I tried those solar showers when they first came out and I did not have much luck with them. They were heavy and clumsy to haul when full, hard to fill, did not get warm in the winter, and since they required gravity to use were useless inside my old Van and campers where they could not be hoisted up high. I sort of gave up on the whole "solar shower" thing a long long time ago after trying out 4 or 5 different ones. I even talked to the guy that invented the original one on the phone to discuss some improvements and although he was polite enough to take my call he said that none of this RF welded vinyl products stuff was made in the US - he said you need to send simple designs to the RF Welders in China or India where they have warehouses full of RF Welders like seamstresses in old garment factories that just spend all day welding vinyl . I got an education in the inflatable vinyl industry from that guy. All those products are made like clothing, so it's labor intensive and off shore. One of the old US firms (last still in business) is SealTech - they have managed to survive by using cad and automation. Radio Frequency welding is still the standard I think.

https://rf-sealing.com/

For the most part I tried to get these vinyl people to make me something per my specs but unless you speak mandarin or Cantonese and want to order at least 10 thousand items at a time they won't help you.

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I gave up on the whole 'solar shower' thing a long time ago.
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Re: Drop in shower/washdown solution

Postby BOAT » Thu Nov 09, 2017 6:26 pm

Nauti Nell wrote:In dealing with a place to drain gray water I would think that some sort of pump out to the center board trunk might work. With a little cleverness and discretely routed hoses (think Hogans Hero's) the storm troopers may not notice......


Well, (and I mean WELL) because the trick your calling out means well like in MOTOR WELL. I already know that trick and there is a much easier way to do it without drilling a hole in the DB well. - Instead - use the MOTOR well.

I keep a lot of rubber plugs on board of various sizes:

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Mainly for emergencies, like they do on submarines - if you spring a hole cuz a thru hull pops you pound in one of these guys and lash it - also works if your vent plug breaks, or you poke a small hole int the hull.
Anyways, I keep a lot of them on board and the small ones will plug up the motor well (and the sink too!).

All you do is put the plug in the motor well, and then take your shower in the cockpit as usual - all the water drains into the well and gets trapped there because of the plug, (the well holds several gallons!).

Then, at night, when it's extra sneaky, in the dark - you sneak out into the cockpit and PULL THE PLUG! (he he he :P ) And the water drains out into the harbor and will be long gone by AM when the enviro Nazis come back! 8)

Hey, like I said, I know ALL the tricks - I have been doing this for a very very long time. :D
(you guys are gonna get me in trouble)
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Re: Drop in shower/washdown solution

Postby npsrangerchuck » Fri Nov 10, 2017 12:35 pm

BOAT wrote:
Nauti Nell wrote:In dealing with a place to drain gray water I would think that some sort of pump out to the center board trunk might work. With a little cleverness and discretely routed hoses (think Hogans Hero's) the storm troopers may not notice......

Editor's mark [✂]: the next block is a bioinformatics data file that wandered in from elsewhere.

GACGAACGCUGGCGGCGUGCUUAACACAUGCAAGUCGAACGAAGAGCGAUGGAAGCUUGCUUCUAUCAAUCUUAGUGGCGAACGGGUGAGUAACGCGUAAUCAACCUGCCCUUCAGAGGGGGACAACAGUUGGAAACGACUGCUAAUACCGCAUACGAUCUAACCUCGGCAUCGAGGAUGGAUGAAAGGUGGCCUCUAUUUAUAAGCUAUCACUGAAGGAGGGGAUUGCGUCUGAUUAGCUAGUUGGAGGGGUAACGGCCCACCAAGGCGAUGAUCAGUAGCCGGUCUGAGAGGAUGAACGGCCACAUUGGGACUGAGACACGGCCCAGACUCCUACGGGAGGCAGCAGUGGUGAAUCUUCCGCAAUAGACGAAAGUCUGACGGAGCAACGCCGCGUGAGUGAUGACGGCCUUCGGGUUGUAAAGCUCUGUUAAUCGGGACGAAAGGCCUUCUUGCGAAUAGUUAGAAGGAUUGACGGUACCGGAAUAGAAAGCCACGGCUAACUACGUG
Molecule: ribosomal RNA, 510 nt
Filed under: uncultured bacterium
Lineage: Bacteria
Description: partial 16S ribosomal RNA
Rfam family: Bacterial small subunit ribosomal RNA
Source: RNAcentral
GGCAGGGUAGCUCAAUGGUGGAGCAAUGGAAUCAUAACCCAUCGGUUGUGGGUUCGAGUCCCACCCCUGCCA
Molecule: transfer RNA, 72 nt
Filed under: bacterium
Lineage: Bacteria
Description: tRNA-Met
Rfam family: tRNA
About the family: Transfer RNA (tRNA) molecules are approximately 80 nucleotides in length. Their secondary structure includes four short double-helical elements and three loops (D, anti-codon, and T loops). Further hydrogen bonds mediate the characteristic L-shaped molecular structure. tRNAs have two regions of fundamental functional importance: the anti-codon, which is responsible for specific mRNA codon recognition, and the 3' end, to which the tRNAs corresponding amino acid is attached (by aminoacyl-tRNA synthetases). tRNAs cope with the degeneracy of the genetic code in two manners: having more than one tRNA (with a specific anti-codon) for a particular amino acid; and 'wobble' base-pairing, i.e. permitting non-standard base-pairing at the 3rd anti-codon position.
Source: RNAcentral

I keep a lot of rubber plugs on board of various sizes:

Mainly for emergencies, like they do on submarines - if you spring a hole cuz a thru hull pops you pound in one of these guys and lash it - also works if your vent plug breaks, or you poke a small hole int the hull.
Anyways, I keep a lot of them on board and the small ones will plug up the motor well (and the sink too!).




Do you have a source for the "variety pack" of rubber plugs? Those are just the ticket for an onboard Damage Control (former Coastie...I can't stop using the jargon) emergency kit!
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Re: Drop in shower/washdown solution

Postby BOAT » Fri Nov 10, 2017 1:28 pm

Yeah - you can get all kinds of variety packs on Amazon from the LAB SUPPLY stores - they have rubber, silicon, nylon, nalgene - all kinds. You can get the wood ones they use on submarines for high pressure but they need a sledge hammer to set them and a lashing - the rubber ones work fine for us surface dwellers.

https://www.amazon.com/GSC-International-RS-SOLID-Stoppers-Assorted/dp/B00UDMT0A6/ref=sr_1_10?ie=UTF8&qid=1510338234&sr=8-10&keywords=rubber+plugs

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Lots of Lab Ware companies have them too.
They are handy for all kinds of stuff.
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Re: Drop in shower/washdown solution

Postby ris » Sat Nov 11, 2017 8:35 pm

In 2016 we lived on our Mac for over 8 months in salt and fresh water. We used the jump in get wet, climb ladder soap up, jump in for a rinse. We did this if the air temp was in upper 70's F and water temp was at least 68 F. If it was colder we used those big wet wipes, or hot water in a basin with a wash cloth. At least once a week we had a marina shower. We also used a sun shower sometimes. I think that hand pump up shower will be on our next cruse on the Jill Kristy. Just boiling a half gallon or less of water on the stove and pouring it in that spray tank should heat that thing up nicely.
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Re: Drop in shower/washdown solution

Postby kadet » Sat Nov 11, 2017 9:56 pm

I use a Helio like foot pump collapsible shower. Takes up almost no room when folded up and I just use the kettle on the stove to heat some water. Shower on deck or in cockpit wearing my budgie smugglers (speedo swim briefs) as long as the sun is out 8)

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Optional accessories would be nice, but I solo most of the time :(

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Re: Drop in shower/washdown solution

Postby NiceAft » Sun Nov 12, 2017 7:09 am

While searching the WWW, I found this.
https://www.google.com/amp/s/theoutdoor ... owers/amp/

Ray
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Re: Drop in shower/washdown solution

Postby hschumac » Mon Nov 13, 2017 1:27 pm

+1 on the Helio. Purchased at REI, perhaps $100. It stows very small when not using. Before I head out for overnighters I fill it at the dock, and set it on the transom. During the summer the sun warms it up nicely. When ready to use it, 5-10 foot pumps gets it to pressure. For an extensive shower, only have to pump once before starting and halfway through. And only use 1/3 of the water in the tank. Also useful for returning from the beach to hose off sand.